Black Lives Matter and the struggle to end the Israeli occupation of Palestine are not only movements “allied” with disability rights, nor are they only distinct disability justice issues. Rather, I am motivated to think of these fierce organizing practices collectively as a disability justice movement itself.
What would accommodations look like in Gaza? Puar says that the main demand of disability activism there is “treatment without checkpoints” — the only way to achieve this, of course, is a free and equitable Palestine.
The problem, though, is that debilitated populations are not just oppressed, they are also a source of value. Adler-Bolton and Vierkant call this extractive abandonment, which affects every member of the surplus class in some way, from the chronically ill to the incarcerated to the occupied. It’s perhaps most clear in the fact that Gaza has become a testing ground for one of Israel’s largest exports — military drones.
“Their loud sound, like an electric generator, accompanies us at every moment and everywhere,” Nour Naim writes of life under occupation. Journalist Antony Loewenstein has studied how the IDF uses the occupation in Gaza to test, develop, and advertise their advanced weapons systems to other countries.
I keep finding myself confused and furious at that fact that what scholars are calling “a textbook case of genocide” is allowed to happen. Countless human rights groups have called Israel an apartheid state — how does a crime against humanity still have so much support from so many world leaders? The concept of extractive abandonment, at least, explains.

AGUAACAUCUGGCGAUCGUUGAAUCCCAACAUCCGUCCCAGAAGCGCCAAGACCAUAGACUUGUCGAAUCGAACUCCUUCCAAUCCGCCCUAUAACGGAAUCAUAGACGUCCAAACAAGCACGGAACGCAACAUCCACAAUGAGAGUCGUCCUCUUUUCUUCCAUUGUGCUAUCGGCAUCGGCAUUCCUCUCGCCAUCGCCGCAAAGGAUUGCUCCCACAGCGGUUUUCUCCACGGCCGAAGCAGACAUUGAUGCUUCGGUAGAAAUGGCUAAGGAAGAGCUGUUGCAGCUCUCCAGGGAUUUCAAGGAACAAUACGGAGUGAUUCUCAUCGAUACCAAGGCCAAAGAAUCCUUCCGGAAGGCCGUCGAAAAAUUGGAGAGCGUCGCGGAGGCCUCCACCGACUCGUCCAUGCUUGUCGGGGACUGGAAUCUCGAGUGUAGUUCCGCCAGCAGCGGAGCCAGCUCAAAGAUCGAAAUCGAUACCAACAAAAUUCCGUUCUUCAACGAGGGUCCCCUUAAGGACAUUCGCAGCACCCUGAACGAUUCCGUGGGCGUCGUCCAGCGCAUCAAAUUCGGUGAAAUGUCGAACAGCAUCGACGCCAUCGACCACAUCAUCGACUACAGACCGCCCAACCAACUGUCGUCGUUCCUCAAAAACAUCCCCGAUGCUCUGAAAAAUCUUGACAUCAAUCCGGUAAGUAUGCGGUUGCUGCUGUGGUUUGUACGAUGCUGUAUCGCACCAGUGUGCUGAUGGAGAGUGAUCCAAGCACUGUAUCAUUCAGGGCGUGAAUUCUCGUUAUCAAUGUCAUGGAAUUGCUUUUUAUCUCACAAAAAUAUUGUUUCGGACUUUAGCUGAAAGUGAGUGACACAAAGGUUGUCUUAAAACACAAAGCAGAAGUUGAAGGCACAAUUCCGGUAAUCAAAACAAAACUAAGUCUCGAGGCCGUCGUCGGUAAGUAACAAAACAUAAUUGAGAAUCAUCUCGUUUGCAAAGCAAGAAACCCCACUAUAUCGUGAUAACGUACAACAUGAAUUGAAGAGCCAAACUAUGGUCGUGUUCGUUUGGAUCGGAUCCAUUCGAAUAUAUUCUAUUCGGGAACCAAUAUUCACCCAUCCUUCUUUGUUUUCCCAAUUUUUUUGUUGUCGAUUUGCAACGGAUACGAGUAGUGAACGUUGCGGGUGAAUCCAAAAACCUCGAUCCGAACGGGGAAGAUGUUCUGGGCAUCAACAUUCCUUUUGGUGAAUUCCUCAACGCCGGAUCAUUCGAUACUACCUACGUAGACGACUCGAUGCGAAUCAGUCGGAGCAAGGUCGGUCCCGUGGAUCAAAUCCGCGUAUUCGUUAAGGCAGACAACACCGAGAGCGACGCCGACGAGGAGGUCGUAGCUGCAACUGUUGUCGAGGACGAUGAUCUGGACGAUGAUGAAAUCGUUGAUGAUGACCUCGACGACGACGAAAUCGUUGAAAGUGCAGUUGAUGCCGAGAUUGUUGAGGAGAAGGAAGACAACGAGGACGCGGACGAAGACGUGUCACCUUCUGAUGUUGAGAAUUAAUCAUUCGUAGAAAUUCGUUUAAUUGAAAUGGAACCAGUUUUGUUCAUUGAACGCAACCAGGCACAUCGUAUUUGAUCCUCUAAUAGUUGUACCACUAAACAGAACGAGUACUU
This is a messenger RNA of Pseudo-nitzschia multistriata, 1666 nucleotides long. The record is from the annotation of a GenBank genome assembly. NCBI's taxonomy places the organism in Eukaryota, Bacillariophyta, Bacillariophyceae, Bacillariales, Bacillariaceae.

“This is why Israeli apartheid and the Palestine laboratory are so hard to stop; countless nations want a piece of Israeli repression tech to surveil their own unwanted populations,” Loewenstein writes.
Israel, to borrow phrasing from Adler-Bolton and Vierkant, is debilitating with one hand and exporting drones with the other. But it’s not just drones — American police forces train with the IDF, the US-Mexico border is guarded by high-tech surveillance towers made by the Israeli company Elbit, and spyware tested on Palestinians ends up in the phones of journalists and activists around the world.